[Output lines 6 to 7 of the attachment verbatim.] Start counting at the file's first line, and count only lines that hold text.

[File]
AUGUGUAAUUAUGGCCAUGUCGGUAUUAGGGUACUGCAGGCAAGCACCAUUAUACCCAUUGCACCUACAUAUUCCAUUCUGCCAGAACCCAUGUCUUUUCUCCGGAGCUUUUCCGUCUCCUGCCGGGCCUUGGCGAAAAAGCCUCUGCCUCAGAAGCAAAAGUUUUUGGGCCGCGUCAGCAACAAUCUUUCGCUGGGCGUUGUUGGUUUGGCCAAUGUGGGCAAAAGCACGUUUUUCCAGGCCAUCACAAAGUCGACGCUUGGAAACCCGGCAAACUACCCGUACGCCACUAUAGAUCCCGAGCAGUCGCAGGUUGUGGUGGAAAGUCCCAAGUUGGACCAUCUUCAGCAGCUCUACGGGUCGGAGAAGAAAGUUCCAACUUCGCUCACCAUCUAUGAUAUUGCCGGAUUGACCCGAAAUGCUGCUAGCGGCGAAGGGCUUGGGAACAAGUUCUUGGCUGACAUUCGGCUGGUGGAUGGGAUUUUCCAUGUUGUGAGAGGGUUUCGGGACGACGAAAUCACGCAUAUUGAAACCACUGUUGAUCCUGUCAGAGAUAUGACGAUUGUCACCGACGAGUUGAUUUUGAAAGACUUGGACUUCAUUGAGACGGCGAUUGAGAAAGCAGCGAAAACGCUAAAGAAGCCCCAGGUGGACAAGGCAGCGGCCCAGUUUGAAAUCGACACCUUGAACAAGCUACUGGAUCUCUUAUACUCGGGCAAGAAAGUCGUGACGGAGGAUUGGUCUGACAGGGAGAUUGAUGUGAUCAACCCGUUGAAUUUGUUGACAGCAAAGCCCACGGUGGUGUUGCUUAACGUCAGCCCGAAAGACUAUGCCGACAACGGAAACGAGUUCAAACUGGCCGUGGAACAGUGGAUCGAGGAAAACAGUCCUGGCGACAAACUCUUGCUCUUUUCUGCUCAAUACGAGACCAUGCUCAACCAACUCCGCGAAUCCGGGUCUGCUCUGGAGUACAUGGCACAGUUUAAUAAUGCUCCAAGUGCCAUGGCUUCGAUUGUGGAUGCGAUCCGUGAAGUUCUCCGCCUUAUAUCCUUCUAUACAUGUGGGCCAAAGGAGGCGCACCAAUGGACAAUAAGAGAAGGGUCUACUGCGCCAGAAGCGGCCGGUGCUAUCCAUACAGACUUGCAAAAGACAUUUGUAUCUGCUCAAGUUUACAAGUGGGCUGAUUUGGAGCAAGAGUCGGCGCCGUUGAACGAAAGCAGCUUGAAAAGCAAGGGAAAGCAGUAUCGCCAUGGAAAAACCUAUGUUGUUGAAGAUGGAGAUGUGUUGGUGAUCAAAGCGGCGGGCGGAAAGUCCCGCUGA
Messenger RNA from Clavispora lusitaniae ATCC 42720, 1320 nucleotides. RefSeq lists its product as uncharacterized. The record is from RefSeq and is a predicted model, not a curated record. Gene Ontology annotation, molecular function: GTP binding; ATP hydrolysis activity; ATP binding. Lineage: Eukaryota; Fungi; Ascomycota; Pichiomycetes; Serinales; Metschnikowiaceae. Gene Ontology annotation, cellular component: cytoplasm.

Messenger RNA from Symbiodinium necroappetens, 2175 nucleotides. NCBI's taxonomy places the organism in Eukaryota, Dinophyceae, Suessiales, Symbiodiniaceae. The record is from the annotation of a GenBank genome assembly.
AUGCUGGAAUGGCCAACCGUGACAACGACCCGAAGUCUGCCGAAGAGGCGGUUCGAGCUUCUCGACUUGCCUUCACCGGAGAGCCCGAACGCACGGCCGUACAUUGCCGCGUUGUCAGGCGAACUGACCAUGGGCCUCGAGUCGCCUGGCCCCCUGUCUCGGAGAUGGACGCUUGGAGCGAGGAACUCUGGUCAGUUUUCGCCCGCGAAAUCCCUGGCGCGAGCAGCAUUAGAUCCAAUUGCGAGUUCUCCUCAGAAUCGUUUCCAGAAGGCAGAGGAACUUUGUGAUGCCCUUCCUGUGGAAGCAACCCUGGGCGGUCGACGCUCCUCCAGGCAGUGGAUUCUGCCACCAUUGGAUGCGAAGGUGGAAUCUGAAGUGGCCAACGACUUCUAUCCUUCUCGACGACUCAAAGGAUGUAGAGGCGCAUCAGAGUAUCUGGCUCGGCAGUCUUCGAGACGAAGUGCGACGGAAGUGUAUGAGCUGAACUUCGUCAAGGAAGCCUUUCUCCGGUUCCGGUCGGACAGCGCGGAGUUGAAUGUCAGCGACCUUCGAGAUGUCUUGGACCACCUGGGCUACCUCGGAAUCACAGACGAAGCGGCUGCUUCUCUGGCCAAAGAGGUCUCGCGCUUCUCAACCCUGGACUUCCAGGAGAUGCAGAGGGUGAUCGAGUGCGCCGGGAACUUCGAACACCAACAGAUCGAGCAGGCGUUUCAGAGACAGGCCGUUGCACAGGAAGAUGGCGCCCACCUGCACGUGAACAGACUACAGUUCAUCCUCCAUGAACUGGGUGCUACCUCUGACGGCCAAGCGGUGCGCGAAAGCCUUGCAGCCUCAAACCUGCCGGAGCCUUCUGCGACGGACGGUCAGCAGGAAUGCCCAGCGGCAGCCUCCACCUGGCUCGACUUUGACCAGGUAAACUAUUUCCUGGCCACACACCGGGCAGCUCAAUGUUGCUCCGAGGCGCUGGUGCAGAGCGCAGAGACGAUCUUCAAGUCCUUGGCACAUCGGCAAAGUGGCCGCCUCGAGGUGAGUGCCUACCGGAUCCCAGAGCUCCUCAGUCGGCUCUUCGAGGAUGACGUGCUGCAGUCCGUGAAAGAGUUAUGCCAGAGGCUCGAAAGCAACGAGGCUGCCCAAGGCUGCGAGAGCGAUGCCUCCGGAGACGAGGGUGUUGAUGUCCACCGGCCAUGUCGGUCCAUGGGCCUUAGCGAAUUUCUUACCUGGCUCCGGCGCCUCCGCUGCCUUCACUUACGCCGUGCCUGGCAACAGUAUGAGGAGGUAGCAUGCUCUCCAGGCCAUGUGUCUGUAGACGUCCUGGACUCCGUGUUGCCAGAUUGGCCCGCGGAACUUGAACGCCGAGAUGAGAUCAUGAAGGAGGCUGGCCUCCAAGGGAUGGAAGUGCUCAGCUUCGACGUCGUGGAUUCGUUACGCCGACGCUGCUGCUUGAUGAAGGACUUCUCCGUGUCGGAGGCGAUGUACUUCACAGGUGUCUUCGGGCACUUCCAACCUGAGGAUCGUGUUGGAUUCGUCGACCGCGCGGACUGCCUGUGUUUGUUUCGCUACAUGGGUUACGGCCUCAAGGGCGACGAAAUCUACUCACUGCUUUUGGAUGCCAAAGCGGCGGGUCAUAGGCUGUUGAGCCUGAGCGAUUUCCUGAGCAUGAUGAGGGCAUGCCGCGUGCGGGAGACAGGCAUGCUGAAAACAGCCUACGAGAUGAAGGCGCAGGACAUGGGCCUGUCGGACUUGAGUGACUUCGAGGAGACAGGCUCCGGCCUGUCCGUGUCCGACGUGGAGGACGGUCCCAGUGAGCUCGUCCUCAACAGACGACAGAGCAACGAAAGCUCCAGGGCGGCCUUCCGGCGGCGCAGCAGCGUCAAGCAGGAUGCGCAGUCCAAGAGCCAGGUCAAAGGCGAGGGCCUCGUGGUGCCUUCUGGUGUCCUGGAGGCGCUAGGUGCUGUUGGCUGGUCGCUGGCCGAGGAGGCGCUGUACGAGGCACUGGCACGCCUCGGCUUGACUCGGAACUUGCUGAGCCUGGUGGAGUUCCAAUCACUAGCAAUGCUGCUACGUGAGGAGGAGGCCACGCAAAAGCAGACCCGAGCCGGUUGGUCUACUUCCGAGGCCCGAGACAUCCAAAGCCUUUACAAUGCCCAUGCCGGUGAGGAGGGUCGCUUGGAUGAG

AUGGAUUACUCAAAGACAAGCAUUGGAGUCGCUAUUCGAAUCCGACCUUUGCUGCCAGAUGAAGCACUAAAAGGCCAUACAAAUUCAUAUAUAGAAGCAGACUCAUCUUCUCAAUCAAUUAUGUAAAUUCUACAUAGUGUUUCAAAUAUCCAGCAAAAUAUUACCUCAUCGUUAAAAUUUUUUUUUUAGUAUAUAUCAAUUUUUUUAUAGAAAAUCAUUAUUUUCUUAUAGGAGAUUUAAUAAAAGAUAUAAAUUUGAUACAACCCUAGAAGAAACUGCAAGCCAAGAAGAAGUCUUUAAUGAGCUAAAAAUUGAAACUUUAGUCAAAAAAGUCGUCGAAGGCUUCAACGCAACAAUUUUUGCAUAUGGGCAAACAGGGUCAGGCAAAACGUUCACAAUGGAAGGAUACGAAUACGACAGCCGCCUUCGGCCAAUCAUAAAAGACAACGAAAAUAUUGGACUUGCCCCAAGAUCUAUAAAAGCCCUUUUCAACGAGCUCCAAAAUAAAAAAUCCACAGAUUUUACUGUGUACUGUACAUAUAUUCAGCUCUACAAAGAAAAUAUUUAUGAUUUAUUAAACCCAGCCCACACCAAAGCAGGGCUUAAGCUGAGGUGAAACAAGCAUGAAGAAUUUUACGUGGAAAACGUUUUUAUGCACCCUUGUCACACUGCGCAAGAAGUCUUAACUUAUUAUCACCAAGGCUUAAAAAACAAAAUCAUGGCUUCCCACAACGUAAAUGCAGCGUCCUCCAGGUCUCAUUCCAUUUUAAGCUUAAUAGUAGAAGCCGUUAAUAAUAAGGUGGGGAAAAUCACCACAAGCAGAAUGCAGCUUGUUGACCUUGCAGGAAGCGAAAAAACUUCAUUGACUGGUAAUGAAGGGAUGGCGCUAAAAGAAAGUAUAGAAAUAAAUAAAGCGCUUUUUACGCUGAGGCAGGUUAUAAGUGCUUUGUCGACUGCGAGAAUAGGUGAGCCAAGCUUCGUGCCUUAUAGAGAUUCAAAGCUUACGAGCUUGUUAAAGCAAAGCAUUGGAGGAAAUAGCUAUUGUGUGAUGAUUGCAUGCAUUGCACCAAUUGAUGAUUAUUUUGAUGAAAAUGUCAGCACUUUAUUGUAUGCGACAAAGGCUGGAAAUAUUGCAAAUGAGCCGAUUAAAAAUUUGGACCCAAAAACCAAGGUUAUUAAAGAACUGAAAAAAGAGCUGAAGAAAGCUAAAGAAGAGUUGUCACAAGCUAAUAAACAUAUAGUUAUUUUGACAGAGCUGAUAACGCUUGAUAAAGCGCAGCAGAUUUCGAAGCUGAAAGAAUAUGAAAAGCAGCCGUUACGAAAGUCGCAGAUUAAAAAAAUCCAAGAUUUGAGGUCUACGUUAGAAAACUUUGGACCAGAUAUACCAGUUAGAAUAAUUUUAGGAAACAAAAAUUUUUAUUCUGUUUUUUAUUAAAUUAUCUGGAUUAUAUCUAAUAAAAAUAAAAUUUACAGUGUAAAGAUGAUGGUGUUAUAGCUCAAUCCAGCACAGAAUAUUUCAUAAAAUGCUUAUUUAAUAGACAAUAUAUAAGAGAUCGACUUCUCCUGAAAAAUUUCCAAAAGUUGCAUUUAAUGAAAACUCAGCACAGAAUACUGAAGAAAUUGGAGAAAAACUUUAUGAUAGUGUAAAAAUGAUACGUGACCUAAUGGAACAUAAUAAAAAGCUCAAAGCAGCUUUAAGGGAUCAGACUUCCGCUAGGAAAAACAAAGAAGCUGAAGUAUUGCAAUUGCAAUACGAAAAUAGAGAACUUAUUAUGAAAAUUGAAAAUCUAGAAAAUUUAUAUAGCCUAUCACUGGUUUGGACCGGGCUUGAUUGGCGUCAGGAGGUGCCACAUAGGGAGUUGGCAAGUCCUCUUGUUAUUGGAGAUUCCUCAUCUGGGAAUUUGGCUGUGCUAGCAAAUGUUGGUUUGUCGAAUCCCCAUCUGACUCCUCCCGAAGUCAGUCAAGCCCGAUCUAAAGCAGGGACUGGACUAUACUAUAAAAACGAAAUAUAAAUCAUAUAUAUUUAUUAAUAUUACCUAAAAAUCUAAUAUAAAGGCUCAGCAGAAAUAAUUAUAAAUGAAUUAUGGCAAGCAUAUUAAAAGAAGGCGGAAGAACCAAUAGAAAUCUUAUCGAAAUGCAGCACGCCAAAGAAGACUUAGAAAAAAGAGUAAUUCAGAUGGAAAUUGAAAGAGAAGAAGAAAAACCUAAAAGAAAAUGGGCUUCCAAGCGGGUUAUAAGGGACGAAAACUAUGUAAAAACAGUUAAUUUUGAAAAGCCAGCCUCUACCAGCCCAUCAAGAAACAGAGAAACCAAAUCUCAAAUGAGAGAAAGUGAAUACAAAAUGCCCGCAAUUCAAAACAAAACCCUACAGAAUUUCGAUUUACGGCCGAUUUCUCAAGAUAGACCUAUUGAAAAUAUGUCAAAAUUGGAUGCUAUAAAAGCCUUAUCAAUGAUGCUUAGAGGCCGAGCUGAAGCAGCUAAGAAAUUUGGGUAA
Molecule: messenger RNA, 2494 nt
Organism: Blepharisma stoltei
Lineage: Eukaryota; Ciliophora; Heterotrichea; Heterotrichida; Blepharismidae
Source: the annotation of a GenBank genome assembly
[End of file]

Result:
Molecule: messenger RNA, 2494 nt
Organism: Blepharisma stoltei